SXSW cancellation puts Austin’s cultural arts funding in question

The cancellation of the city's largest event will affect hotel occupancy — and hotel occupancy tax supplies the city's cultural funding


No sooner had Austin Mayor Steve Adler announced the cancellation of this year’s South by Southwest festival (SXSW), than chatter began about what local economic fallout would come from shutting down the mega-festival that last year counted 417,400 participants.

It’s an unprecedented move, after all. Since its 1987 founding SXSW has only mushroomed, extending an ever-larger impact and influence on Austin. Financially, SXSW had an estimated local economic impact of $355.9 million in 2019, according to an analysis conducted by Greyhill Advisors.

Adler made the announcement at a March 6 press conference, after issuing a state of emergency over concerns surrounding the novel coronavirus COVID-19. Though as of yet there are no confirmed cases of the virus in Austin, the news came on the heels of a week filled with high-profile SXSW participant cancellations including Facebook, Twitter, Netflix and Amazon.

While scores of local businesses and hospitality and entertainment workers will see an immediate impact, Austin arts organizations can expect a hit too.

The city’s Cultural Funding program comes from Hotel Occupancy Tax (HOT), with cultural arts receiving 15% of the roughly $100 million generated annually in the last few years.

Yet even before the cancellation of the city’s largest event, Austin has seen its HOT funds level off in the last few years, likely because of a surplus of hotel rooms, the city’s Tourism Commission concluded last year. (The city’s Tourism Commission is chaired by Catlin Whitington, previously a SXSW executive, now on the staff of the Long Center.)

In its last round of funding, the Cultural Arts Division (CAD) awarded $12.4 million in cultural contracts to 421 Austin arts organizations and artist projects. And any further drop in HOT taxes will put more pressure on a culture funding system already in disarray.

How much the SXSW cancellation affects HOT receipts won’t be known until figures are reported later this year.

City of Austin Cultural Arts Funding 2008-2019.
City of Austin Cultural Arts Funding 2008-2019. Source: Cultural Arts Division, City of Austin

In January, the Cultural Arts Division (CAD) announced that the cultural arts funding process would be put in a holding pattern for a year while new guidelines and requirements are developed. The move comes as a result of two years of contention over the last round cultural funding when many long-time arts groups saw a big drop in their city funding.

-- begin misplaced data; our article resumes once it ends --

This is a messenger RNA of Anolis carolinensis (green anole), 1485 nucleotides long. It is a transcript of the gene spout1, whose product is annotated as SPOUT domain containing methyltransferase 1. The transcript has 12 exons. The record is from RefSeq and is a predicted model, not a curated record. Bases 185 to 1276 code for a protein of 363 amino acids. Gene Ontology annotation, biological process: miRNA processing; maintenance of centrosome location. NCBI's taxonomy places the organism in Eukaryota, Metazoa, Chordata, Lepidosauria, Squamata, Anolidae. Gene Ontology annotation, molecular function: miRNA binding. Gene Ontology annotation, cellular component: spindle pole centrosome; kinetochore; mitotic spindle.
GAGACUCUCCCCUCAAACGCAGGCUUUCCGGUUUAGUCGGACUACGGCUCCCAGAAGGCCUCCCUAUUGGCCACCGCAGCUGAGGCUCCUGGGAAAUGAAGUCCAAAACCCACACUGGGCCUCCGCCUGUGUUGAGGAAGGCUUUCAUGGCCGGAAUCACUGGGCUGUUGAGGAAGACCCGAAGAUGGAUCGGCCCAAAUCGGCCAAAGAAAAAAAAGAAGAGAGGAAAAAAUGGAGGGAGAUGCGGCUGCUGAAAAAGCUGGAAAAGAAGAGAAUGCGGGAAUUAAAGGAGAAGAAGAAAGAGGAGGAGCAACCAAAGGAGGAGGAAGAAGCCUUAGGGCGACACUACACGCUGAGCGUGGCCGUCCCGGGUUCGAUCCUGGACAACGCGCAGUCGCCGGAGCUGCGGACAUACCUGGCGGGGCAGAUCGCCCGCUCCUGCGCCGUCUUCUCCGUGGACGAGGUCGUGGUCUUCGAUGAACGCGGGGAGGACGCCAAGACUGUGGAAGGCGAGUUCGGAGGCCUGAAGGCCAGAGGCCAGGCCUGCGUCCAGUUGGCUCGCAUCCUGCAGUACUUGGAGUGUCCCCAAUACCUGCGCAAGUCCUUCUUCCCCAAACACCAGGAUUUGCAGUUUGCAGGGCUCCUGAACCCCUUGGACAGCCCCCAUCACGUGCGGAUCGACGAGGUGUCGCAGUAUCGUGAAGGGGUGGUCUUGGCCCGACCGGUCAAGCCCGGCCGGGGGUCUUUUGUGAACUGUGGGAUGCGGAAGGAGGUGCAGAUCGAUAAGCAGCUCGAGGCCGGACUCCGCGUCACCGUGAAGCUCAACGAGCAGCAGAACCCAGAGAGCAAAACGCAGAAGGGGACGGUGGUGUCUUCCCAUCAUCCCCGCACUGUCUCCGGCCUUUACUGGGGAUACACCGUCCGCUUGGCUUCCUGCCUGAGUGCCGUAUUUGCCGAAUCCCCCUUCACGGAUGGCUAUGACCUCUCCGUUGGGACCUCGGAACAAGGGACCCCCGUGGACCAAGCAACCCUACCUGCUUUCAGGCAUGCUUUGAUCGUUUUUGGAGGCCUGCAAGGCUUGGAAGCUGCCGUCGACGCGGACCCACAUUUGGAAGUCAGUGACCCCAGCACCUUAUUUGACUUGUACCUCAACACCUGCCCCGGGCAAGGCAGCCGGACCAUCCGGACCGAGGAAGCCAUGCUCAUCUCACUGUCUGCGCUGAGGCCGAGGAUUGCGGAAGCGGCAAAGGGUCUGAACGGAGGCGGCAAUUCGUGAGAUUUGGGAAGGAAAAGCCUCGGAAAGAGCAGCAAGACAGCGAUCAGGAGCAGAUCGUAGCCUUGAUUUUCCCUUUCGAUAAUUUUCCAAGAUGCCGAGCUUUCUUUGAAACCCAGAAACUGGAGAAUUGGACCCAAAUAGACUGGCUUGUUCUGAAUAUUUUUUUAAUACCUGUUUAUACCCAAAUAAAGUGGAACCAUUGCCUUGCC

In 2018, an increase in the number of applicants saw CAD funding 98.5 percent, or 421 of 427 applications. That caused some long-standing arts organization to see an 11 percent drop in their city funding while many new groups and individual artist projects were funded.

Related: Austin Arts Groups Angered As City Announces Cuts to Funding

Complaints poured in about the sky-high ratio of applicants to funded projects as well as an opaque and overly bureaucratic arts funding process. The $12.4 million that was ultimately distributed came only after CAD added $1 million from a contingency fund to meet.

(City of Austin cultural contracts are awarded in two-year cycles. New applications are accepted every other year and scored by a peer panel. In the interim year, funded projects must re-apply, but their scores are retained from the first year. The last award cycle came in 2018 for FY2019.)

Related: Arts Commission Approves New Cultural Funding Plan

HOT monies are a hot issue city-wide. Last year, the Austin City Council voted to approve a 2 percent increase in the city’s Hotel Occupancy Tax, bringing the city’s hotel tax to 17 percent, the maximum allowable under state law. The change raises the amount paid per dollar spent on hotel rooms and registered short-term rentals from 9 cents to 11 cents.

At the same time the Austin City Council — on the Tourism Commission’s recommendation — voted unanimously to contribute 15% of that increase to support musicians and for-profit live music businesses. Original estimates were that would generate $3.6 million for a yet-to-be-determined music fund. Another 15% of new HOT revenue is dedicated to historic preservation.

“Austin is the live music capital of the world,” Tourism Commission chair Whitington told the American-Statesman last year. “It’s not the chamber capital, visual arts capital, performing arts capital, historic preservation capital or the convention center capital of the world.”

Disclosure: Sightlines receives support from the city’s Cultural Arts core funding program.

Jeanne Claire van Ryzin
Jeanne Claire van Ryzin
An award-winning arts journalist, Jeanne Claire van Ryzin is the founder and editor-in-chief of Sightlines.

Related articles